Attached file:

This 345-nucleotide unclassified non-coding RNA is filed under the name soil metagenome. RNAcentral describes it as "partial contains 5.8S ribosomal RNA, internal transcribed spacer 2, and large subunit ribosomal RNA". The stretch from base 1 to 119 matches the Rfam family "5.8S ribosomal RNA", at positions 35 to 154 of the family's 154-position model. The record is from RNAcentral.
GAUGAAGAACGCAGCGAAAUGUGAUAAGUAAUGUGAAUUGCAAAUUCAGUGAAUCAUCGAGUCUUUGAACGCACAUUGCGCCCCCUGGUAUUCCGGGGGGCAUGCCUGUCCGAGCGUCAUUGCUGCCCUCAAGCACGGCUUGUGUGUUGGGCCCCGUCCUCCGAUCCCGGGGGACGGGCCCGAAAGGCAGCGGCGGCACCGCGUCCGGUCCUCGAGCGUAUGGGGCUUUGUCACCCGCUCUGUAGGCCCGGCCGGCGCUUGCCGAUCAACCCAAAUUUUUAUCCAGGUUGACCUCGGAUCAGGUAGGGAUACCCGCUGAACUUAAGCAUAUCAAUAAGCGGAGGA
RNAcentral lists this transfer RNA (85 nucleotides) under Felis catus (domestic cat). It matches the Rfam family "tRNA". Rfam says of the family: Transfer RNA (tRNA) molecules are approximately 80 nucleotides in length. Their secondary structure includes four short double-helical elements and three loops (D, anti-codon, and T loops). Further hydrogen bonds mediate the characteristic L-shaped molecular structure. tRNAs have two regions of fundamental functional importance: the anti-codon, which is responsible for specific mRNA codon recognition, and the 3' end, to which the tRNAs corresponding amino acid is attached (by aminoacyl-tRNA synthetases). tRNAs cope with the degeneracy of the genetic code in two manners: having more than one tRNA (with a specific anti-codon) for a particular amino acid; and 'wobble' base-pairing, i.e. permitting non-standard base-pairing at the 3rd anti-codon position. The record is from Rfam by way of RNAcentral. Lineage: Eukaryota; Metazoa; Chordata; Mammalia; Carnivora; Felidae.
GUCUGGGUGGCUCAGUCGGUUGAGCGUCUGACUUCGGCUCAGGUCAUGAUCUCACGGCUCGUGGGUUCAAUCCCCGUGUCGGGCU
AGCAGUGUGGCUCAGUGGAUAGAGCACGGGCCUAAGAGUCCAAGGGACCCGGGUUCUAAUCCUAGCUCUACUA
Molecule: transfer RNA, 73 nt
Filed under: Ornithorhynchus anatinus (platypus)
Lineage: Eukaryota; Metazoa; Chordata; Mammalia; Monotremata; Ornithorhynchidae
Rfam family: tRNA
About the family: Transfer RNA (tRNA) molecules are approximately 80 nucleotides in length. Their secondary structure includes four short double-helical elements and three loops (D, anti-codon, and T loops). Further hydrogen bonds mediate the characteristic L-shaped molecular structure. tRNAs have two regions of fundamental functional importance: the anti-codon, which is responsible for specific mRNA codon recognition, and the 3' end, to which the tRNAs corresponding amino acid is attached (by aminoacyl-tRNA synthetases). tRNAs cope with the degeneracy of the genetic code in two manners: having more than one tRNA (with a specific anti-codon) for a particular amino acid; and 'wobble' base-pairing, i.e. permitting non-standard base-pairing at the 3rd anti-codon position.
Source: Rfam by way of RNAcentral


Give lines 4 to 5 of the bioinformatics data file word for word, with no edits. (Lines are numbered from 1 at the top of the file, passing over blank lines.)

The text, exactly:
GUCUGGGUGGCUCAGUCGGUUGAGCGUCUGACUUCGGCUCAGGUCAUGAUCUCACGGCUCGUGGGUUCAAUCCCCGUGUCGGGCU
AGCAGUGUGGCUCAGUGGAUAGAGCACGGGCCUAAGAGUCCAAGGGACCCGGGUUCUAAUCCUAGCUCUACUA